New CEO, same agenda for L3Harris

The merger agreement to create L3Harris Technologies said a CEO transition would take place on the second anniversary of the deal's completion. That day has come and gone, but the road ahead is not done.

Two years ago on this date: Chris Kubasik’s vision of a “Sixth Prime” in the defense industry started to become reality when Harris Corp. and L3 Technologies completed their merger and began the integration.

And today, Kubasik steps up to become CEO of L3Harris Technologies as spelled out two years ago in the merger agreement. Kubasik succeeds Bill Brown, who is now executive chairman of the board of directors.

Balancing internal focus on the three-year integration plan with putting that muscle toward external pursuits is top of the agenda for L3Harris, though as in any large combination the company sees those two goals as one-in-the-same.

Right-sizing the business out of the two big pieces that formed it and achieving the $500 million cost synergy goal leads to outward success in their eyes.

At this juncture, L3Harris sees spending 2 percent of annual revenue on capital expenditures and 4 percent on research-and-development as the ideal internal investment equation. The company recorded $18.2 billion in sales last year and sees topline growth of 3-to-5 percent this year.

L3Harris spent much of its first year evaluating its real estate footprint and other fixed assets, while year two has focused on consolidating IT systems and facilities.

The just-started year three of the integration should see the investments in those areas start trending downward and freeing up resources for new programs.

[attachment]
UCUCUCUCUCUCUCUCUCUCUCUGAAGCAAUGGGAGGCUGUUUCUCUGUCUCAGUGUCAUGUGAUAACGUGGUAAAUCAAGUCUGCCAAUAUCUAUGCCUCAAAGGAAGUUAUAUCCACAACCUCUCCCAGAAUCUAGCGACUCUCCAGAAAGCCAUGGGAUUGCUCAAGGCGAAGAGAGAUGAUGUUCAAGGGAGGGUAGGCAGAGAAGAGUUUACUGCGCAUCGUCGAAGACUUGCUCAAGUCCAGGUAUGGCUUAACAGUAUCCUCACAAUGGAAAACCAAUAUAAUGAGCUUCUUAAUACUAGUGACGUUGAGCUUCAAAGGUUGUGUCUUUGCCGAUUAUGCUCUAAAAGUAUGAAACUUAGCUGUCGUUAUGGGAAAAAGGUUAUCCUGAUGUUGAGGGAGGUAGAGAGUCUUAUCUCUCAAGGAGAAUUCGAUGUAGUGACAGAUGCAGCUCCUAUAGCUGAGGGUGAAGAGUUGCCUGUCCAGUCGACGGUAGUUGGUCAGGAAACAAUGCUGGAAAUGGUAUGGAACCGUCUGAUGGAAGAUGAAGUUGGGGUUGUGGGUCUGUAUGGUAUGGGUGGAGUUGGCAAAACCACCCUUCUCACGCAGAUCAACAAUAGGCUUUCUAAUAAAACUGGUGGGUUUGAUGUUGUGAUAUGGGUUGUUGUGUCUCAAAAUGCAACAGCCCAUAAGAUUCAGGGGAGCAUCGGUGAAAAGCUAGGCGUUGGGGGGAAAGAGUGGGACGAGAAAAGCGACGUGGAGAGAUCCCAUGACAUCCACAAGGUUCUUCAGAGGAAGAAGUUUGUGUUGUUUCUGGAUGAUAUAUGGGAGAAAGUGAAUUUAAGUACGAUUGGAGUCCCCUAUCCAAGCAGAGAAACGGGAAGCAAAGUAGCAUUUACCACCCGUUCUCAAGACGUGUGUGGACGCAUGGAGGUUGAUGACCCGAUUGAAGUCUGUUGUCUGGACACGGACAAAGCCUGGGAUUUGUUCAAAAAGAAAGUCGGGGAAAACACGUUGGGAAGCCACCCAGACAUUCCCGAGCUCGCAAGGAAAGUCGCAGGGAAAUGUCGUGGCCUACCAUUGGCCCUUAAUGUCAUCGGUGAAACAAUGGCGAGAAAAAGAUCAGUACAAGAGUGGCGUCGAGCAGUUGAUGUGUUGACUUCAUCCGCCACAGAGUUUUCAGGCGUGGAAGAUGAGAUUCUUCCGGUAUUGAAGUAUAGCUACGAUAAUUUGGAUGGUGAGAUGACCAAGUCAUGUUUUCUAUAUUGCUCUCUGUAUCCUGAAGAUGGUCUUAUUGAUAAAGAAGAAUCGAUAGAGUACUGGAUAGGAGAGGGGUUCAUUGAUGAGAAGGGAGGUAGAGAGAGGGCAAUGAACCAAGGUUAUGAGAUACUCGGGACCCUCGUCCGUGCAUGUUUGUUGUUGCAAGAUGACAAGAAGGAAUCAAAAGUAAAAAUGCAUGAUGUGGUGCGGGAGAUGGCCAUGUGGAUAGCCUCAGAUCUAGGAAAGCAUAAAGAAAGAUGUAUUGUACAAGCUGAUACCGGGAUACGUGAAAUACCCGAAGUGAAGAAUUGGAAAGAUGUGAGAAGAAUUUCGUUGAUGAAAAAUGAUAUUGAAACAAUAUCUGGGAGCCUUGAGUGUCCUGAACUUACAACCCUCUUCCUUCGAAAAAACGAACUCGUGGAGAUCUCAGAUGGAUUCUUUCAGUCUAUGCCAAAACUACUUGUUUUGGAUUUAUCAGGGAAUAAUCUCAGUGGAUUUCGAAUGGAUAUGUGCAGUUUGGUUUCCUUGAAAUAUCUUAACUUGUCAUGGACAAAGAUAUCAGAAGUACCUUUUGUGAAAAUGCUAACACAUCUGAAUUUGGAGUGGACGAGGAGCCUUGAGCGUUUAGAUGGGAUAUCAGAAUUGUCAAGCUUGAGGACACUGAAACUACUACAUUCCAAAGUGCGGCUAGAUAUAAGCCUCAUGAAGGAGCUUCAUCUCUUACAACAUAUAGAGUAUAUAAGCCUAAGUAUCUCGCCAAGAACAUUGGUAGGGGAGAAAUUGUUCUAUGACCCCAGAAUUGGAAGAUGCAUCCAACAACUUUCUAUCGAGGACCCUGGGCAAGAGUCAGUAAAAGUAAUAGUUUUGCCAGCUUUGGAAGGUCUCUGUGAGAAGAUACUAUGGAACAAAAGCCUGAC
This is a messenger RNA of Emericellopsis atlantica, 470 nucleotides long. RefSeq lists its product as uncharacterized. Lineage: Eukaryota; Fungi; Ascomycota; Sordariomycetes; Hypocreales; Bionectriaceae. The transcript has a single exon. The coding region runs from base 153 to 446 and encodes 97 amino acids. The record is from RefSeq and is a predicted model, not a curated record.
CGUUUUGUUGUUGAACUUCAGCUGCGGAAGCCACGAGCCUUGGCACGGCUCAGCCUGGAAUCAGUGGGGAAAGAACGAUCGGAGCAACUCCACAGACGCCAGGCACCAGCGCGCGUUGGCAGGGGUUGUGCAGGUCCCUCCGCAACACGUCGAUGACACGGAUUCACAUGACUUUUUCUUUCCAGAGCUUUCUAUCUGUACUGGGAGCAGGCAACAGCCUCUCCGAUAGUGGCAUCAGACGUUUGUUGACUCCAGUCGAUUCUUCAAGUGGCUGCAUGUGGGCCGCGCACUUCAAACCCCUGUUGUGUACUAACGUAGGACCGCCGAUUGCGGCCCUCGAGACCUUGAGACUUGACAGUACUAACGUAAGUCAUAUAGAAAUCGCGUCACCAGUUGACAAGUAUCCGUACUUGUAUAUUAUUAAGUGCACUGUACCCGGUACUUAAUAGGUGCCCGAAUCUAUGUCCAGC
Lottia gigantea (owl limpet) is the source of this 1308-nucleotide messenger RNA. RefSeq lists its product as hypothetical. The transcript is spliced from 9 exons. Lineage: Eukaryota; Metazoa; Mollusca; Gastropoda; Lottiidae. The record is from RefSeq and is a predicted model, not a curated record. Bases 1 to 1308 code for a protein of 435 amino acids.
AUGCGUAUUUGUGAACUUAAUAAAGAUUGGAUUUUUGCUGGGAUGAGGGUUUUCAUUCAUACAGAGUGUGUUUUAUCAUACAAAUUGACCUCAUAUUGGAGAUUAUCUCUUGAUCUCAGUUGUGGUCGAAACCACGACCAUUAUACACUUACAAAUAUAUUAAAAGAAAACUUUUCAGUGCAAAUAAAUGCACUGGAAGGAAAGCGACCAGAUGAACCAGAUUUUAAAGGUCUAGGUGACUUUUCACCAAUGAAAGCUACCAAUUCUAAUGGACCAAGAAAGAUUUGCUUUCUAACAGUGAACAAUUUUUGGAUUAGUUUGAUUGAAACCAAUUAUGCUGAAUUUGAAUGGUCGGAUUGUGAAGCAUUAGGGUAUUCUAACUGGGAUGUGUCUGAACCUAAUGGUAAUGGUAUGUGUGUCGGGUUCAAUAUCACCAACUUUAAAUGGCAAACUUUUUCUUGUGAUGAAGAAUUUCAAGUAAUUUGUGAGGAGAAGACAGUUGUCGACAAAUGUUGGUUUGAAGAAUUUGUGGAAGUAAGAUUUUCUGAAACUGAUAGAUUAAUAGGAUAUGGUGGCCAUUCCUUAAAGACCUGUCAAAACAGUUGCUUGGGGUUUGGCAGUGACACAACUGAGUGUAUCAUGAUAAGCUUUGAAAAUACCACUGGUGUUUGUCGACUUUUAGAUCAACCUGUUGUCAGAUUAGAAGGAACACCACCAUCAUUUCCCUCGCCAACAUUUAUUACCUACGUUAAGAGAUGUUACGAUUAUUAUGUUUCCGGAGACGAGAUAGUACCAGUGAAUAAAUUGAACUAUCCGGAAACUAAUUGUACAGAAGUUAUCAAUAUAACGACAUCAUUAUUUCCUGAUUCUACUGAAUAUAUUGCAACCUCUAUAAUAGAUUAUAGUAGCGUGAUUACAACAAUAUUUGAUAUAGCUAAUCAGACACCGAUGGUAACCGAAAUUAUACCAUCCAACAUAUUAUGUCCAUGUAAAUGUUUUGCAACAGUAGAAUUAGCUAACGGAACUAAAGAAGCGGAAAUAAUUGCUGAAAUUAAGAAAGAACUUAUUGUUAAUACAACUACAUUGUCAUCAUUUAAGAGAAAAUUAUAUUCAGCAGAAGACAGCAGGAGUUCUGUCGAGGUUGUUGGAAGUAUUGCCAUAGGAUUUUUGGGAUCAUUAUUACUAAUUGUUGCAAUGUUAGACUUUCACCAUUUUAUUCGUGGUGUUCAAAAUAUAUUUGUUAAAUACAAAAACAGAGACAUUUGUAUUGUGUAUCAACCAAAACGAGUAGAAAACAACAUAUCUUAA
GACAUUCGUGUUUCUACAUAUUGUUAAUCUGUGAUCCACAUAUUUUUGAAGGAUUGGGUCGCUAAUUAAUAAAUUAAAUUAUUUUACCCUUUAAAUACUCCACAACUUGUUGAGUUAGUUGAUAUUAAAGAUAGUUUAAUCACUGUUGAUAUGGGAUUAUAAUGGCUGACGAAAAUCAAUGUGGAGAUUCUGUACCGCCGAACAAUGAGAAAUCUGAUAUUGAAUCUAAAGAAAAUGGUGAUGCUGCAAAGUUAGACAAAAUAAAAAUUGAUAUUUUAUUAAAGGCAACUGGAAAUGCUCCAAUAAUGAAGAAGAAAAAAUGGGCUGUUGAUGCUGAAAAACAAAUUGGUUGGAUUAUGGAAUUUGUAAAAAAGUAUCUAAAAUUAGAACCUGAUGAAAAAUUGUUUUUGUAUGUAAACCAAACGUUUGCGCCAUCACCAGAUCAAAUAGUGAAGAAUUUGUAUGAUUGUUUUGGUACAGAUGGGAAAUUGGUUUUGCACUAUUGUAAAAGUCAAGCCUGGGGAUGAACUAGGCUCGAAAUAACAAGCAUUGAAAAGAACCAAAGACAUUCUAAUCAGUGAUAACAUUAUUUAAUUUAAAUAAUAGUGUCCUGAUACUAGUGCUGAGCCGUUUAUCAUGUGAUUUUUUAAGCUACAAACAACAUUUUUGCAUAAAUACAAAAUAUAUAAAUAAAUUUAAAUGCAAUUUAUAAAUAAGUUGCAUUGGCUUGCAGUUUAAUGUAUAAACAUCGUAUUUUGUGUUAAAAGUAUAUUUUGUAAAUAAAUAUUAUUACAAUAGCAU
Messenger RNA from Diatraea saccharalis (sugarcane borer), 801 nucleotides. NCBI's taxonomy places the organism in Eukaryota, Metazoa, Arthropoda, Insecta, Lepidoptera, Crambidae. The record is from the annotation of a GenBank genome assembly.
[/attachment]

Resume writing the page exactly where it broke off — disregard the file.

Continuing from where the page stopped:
Blended into all of that is how L3Harris approaches a future state of work including a hybrid model of time in the company facility and at home after the pandemic ends.

As part of our Top 100 series last year, Kubasik said a hoteling concept was on the table where employees register to work on-site ahead of time.

Divestitures of non-core assets are another tool to free up both financial resources and overall focus. As of March, nearly 80 percent of those deals are behind L3Harris or announced.

One of those deals should close this Friday in CAE’s $1 billion acquisition of a military training business, which that company said Tuesday that U.S. antitrust regulators have cleared to proceed.

But like all other megamergers in the government market, the outcome of a recompete also looms large for the combined company and is a test case for the deal’s thesis.

Either late in this year or early in the next, L3Harris will find out if it will continue as the longstanding incumbent for the contract to support the Federal Aviation Administration’s main telecommunications infrastructure.

L3Harris has held that program for nearly two decades. The recompete has a potential $3.5 billion ceiling value for the winner. Defending the base is always on the agenda for government contractors of all shapes and sizes.